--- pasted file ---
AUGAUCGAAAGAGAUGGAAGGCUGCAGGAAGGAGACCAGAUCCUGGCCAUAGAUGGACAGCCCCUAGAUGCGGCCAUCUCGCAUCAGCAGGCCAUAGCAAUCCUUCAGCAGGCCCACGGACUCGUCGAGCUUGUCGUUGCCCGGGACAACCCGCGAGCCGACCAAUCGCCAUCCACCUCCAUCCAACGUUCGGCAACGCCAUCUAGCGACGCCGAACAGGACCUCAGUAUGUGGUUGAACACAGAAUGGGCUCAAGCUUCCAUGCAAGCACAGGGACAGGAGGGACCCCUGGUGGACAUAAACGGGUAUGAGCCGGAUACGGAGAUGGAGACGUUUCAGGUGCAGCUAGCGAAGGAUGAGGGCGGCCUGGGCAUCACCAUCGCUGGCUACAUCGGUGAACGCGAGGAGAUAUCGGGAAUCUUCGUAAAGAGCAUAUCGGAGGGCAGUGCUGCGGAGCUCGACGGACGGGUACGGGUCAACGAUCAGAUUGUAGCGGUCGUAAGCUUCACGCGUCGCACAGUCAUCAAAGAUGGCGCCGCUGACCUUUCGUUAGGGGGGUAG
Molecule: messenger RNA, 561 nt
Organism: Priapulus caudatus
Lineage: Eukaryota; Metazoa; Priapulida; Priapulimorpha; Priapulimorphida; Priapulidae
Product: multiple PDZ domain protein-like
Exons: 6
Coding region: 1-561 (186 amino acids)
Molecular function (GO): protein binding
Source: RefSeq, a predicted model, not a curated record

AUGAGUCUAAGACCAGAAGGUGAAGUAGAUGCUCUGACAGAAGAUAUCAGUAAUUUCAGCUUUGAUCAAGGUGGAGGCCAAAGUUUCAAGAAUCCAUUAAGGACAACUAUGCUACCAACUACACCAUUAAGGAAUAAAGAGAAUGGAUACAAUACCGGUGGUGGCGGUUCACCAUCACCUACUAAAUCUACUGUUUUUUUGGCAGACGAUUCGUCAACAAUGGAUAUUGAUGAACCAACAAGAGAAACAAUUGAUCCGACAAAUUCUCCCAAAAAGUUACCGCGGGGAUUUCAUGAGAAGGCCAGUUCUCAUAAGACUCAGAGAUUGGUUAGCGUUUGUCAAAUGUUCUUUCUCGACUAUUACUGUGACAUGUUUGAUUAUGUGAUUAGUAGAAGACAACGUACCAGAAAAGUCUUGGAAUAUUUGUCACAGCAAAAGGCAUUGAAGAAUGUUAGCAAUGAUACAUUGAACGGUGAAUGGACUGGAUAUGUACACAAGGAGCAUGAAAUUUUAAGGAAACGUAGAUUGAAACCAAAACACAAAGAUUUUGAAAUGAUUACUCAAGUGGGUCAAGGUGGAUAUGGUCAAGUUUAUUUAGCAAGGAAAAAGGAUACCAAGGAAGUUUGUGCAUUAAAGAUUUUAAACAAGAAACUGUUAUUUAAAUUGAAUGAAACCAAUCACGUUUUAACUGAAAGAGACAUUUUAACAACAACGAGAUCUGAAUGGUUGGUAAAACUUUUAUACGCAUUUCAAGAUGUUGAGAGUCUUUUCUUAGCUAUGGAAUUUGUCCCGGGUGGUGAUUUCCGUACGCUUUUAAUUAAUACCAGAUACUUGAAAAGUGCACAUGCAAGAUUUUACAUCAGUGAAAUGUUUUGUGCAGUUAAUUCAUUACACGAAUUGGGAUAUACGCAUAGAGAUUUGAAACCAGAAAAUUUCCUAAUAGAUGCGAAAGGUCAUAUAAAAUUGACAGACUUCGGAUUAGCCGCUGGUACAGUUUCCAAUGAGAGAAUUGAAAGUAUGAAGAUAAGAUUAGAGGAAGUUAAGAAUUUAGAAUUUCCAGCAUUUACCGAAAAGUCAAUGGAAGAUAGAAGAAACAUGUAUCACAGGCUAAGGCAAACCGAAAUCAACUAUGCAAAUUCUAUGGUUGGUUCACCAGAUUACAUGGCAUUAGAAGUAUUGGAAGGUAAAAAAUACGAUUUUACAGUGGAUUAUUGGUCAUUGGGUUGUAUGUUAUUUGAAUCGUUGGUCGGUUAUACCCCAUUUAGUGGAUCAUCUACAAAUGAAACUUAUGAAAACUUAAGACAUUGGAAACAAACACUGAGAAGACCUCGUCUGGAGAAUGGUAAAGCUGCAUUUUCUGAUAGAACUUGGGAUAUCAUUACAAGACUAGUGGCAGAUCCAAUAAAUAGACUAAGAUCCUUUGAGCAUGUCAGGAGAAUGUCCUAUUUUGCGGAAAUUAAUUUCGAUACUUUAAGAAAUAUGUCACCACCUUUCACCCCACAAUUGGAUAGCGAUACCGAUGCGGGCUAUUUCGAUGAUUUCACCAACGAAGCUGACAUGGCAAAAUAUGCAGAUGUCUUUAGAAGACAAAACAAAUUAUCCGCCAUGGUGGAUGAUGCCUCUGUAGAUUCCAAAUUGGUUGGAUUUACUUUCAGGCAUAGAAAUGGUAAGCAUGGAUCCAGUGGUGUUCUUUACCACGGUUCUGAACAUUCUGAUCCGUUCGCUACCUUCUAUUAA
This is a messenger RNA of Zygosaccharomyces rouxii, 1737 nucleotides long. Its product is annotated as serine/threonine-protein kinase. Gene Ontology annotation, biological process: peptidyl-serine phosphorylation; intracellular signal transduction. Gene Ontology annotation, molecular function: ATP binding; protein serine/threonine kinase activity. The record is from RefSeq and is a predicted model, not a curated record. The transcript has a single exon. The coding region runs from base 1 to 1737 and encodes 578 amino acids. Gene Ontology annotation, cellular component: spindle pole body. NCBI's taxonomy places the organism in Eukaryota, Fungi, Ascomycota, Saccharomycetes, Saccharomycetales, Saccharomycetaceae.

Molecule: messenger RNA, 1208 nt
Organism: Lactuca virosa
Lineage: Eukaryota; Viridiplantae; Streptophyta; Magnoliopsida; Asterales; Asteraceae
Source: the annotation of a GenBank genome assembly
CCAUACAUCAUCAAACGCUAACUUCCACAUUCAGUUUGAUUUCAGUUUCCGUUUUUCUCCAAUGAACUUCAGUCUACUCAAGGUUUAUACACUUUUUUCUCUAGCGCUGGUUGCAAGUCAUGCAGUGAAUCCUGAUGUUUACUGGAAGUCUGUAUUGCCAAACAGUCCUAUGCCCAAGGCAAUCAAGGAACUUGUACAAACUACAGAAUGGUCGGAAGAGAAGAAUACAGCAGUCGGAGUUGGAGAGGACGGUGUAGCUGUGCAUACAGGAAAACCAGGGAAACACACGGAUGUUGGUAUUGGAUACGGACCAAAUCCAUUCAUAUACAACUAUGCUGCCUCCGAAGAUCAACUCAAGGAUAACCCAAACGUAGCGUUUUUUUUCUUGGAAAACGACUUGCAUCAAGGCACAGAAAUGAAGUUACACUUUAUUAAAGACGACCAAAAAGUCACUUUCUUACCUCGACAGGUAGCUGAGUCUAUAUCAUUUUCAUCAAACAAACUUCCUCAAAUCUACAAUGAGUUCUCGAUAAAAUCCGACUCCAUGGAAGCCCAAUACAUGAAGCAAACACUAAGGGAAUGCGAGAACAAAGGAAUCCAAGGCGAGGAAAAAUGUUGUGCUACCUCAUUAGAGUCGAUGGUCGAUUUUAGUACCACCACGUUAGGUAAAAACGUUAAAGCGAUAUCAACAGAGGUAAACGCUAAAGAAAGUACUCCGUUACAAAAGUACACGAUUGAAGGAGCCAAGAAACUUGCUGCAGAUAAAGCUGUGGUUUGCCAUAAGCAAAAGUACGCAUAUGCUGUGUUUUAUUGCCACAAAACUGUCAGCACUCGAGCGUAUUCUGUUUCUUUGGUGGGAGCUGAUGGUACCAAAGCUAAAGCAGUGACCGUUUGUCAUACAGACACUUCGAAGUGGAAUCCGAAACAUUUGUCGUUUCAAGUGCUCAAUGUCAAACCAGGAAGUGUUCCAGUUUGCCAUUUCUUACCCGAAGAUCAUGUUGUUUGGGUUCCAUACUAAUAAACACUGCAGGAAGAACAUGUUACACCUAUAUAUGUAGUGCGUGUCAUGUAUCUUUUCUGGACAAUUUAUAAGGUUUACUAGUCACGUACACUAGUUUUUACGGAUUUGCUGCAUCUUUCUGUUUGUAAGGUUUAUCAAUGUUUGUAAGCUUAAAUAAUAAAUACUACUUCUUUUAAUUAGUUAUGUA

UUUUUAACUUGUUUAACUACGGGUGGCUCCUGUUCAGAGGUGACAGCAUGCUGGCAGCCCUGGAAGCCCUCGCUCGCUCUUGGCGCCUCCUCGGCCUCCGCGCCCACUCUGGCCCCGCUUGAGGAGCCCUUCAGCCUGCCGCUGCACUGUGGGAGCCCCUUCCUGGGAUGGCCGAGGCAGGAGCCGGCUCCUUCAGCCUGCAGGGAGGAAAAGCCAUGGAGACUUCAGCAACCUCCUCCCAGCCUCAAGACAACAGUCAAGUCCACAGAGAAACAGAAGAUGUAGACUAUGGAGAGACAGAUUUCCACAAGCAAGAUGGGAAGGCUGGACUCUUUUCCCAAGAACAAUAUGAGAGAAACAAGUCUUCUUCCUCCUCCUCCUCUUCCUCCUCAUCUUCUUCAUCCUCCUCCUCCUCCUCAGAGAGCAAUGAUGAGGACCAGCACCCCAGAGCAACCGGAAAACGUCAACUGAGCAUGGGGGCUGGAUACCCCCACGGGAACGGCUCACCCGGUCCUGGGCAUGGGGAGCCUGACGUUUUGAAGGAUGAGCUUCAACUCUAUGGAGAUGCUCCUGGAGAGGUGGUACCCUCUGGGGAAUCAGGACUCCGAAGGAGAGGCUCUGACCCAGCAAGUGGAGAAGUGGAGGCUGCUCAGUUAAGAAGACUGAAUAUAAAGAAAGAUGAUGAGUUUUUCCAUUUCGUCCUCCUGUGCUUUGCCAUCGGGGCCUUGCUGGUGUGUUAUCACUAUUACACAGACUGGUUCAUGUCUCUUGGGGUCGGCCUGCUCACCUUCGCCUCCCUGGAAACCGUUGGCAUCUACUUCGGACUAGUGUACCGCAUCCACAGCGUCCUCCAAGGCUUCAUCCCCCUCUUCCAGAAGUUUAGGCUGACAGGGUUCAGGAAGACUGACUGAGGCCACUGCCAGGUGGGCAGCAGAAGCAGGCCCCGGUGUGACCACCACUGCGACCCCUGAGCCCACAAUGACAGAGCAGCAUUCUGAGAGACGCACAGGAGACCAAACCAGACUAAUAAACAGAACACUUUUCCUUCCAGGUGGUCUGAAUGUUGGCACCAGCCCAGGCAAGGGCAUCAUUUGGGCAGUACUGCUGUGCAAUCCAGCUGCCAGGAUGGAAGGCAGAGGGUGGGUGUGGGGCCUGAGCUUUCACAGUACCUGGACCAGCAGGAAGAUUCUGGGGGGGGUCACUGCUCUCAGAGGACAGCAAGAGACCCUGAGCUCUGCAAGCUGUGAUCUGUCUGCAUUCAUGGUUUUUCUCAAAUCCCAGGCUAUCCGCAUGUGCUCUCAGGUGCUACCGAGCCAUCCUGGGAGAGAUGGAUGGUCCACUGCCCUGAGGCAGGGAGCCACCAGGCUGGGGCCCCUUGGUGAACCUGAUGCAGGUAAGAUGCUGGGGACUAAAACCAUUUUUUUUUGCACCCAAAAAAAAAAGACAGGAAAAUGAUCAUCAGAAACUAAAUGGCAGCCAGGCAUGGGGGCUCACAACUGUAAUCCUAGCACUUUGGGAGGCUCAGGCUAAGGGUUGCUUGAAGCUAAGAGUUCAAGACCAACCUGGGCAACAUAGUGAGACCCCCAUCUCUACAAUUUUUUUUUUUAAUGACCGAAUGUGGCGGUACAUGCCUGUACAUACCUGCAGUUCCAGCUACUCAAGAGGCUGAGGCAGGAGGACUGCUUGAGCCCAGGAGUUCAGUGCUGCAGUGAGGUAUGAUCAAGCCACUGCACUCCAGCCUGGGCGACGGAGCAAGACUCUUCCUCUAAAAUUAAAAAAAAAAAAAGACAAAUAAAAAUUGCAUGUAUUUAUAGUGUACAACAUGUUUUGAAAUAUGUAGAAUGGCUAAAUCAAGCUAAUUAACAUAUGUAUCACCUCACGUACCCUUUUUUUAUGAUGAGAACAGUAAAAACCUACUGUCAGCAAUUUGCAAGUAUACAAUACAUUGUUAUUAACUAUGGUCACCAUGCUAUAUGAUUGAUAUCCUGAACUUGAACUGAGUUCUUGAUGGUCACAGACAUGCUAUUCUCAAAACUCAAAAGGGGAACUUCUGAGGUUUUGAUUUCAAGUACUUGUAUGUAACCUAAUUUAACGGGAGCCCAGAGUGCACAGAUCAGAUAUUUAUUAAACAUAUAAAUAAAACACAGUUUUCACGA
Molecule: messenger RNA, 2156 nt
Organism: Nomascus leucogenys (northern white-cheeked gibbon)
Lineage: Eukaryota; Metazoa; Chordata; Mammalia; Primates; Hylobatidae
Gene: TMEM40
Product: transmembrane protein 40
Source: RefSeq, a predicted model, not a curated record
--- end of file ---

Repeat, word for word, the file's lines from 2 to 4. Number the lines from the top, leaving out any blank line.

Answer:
Molecule: messenger RNA, 561 nt
Organism: Priapulus caudatus
Lineage: Eukaryota; Metazoa; Priapulida; Priapulimorpha; Priapulimorphida; Priapulidae